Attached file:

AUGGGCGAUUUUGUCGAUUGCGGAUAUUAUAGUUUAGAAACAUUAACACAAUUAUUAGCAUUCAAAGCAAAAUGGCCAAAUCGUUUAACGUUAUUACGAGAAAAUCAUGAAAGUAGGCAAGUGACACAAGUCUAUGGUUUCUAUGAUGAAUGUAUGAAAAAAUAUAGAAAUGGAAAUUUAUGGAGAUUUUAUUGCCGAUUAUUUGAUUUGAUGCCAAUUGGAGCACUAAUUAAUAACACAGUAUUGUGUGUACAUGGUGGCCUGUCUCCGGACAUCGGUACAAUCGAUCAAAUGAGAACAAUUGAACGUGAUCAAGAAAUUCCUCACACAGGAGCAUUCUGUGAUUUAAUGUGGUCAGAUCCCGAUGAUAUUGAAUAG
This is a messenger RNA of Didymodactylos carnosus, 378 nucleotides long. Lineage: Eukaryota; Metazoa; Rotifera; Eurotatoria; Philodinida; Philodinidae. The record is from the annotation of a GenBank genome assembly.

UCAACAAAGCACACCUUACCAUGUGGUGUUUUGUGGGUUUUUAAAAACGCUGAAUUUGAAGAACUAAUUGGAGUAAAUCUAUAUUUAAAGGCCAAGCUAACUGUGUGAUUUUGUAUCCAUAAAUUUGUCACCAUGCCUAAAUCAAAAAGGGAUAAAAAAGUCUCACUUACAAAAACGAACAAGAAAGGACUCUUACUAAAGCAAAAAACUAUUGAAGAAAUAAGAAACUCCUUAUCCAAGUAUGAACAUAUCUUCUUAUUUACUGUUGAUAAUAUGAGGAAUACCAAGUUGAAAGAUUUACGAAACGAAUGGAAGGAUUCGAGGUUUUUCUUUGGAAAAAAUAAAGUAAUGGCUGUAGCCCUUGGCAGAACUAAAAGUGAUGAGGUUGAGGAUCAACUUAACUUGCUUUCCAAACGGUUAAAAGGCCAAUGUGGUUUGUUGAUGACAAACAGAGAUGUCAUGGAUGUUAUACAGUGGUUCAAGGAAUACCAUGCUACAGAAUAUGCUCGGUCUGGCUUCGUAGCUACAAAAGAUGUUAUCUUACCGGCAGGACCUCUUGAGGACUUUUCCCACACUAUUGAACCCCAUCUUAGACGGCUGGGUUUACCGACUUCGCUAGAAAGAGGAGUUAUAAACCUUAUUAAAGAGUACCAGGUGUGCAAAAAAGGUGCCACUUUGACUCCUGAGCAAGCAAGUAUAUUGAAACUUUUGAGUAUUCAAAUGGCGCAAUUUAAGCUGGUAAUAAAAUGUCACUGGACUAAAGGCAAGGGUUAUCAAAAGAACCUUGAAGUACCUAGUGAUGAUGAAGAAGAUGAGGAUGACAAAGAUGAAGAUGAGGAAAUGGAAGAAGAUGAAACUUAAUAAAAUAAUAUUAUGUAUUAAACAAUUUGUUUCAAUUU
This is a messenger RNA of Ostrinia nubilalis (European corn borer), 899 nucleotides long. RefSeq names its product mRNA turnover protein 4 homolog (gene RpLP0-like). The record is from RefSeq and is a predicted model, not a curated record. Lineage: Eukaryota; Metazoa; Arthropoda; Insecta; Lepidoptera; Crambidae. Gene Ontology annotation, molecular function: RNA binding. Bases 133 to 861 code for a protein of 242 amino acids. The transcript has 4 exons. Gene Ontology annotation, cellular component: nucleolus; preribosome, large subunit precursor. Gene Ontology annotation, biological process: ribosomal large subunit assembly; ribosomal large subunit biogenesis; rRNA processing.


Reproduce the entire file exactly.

AUGGGCGAUUUUGUCGAUUGCGGAUAUUAUAGUUUAGAAACAUUAACACAAUUAUUAGCAUUCAAAGCAAAAUGGCCAAAUCGUUUAACGUUAUUACGAGAAAAUCAUGAAAGUAGGCAAGUGACACAAGUCUAUGGUUUCUAUGAUGAAUGUAUGAAAAAAUAUAGAAAUGGAAAUUUAUGGAGAUUUUAUUGCCGAUUAUUUGAUUUGAUGCCAAUUGGAGCACUAAUUAAUAACACAGUAUUGUGUGUACAUGGUGGCCUGUCUCCGGACAUCGGUACAAUCGAUCAAAUGAGAACAAUUGAACGUGAUCAAGAAAUUCCUCACACAGGAGCAUUCUGUGAUUUAAUGUGGUCAGAUCCCGAUGAUAUUGAAUAG
This is a messenger RNA of Didymodactylos carnosus, 378 nucleotides long. Lineage: Eukaryota; Metazoa; Rotifera; Eurotatoria; Philodinida; Philodinidae. The record is from the annotation of a GenBank genome assembly.

UCAACAAAGCACACCUUACCAUGUGGUGUUUUGUGGGUUUUUAAAAACGCUGAAUUUGAAGAACUAAUUGGAGUAAAUCUAUAUUUAAAGGCCAAGCUAACUGUGUGAUUUUGUAUCCAUAAAUUUGUCACCAUGCCUAAAUCAAAAAGGGAUAAAAAAGUCUCACUUACAAAAACGAACAAGAAAGGACUCUUACUAAAGCAAAAAACUAUUGAAGAAAUAAGAAACUCCUUAUCCAAGUAUGAACAUAUCUUCUUAUUUACUGUUGAUAAUAUGAGGAAUACCAAGUUGAAAGAUUUACGAAACGAAUGGAAGGAUUCGAGGUUUUUCUUUGGAAAAAAUAAAGUAAUGGCUGUAGCCCUUGGCAGAACUAAAAGUGAUGAGGUUGAGGAUCAACUUAACUUGCUUUCCAAACGGUUAAAAGGCCAAUGUGGUUUGUUGAUGACAAACAGAGAUGUCAUGGAUGUUAUACAGUGGUUCAAGGAAUACCAUGCUACAGAAUAUGCUCGGUCUGGCUUCGUAGCUACAAAAGAUGUUAUCUUACCGGCAGGACCUCUUGAGGACUUUUCCCACACUAUUGAACCCCAUCUUAGACGGCUGGGUUUACCGACUUCGCUAGAAAGAGGAGUUAUAAACCUUAUUAAAGAGUACCAGGUGUGCAAAAAAGGUGCCACUUUGACUCCUGAGCAAGCAAGUAUAUUGAAACUUUUGAGUAUUCAAAUGGCGCAAUUUAAGCUGGUAAUAAAAUGUCACUGGACUAAAGGCAAGGGUUAUCAAAAGAACCUUGAAGUACCUAGUGAUGAUGAAGAAGAUGAGGAUGACAAAGAUGAAGAUGAGGAAAUGGAAGAAGAUGAAACUUAAUAAAAUAAUAUUAUGUAUUAAACAAUUUGUUUCAAUUU
This is a messenger RNA of Ostrinia nubilalis (European corn borer), 899 nucleotides long. RefSeq names its product mRNA turnover protein 4 homolog (gene RpLP0-like). The record is from RefSeq and is a predicted model, not a curated record. Lineage: Eukaryota; Metazoa; Arthropoda; Insecta; Lepidoptera; Crambidae. Gene Ontology annotation, molecular function: RNA binding. Bases 133 to 861 code for a protein of 242 amino acids. The transcript has 4 exons. Gene Ontology annotation, cellular component: nucleolus; preribosome, large subunit precursor. Gene Ontology annotation, biological process: ribosomal large subunit assembly; ribosomal large subunit biogenesis; rRNA processing.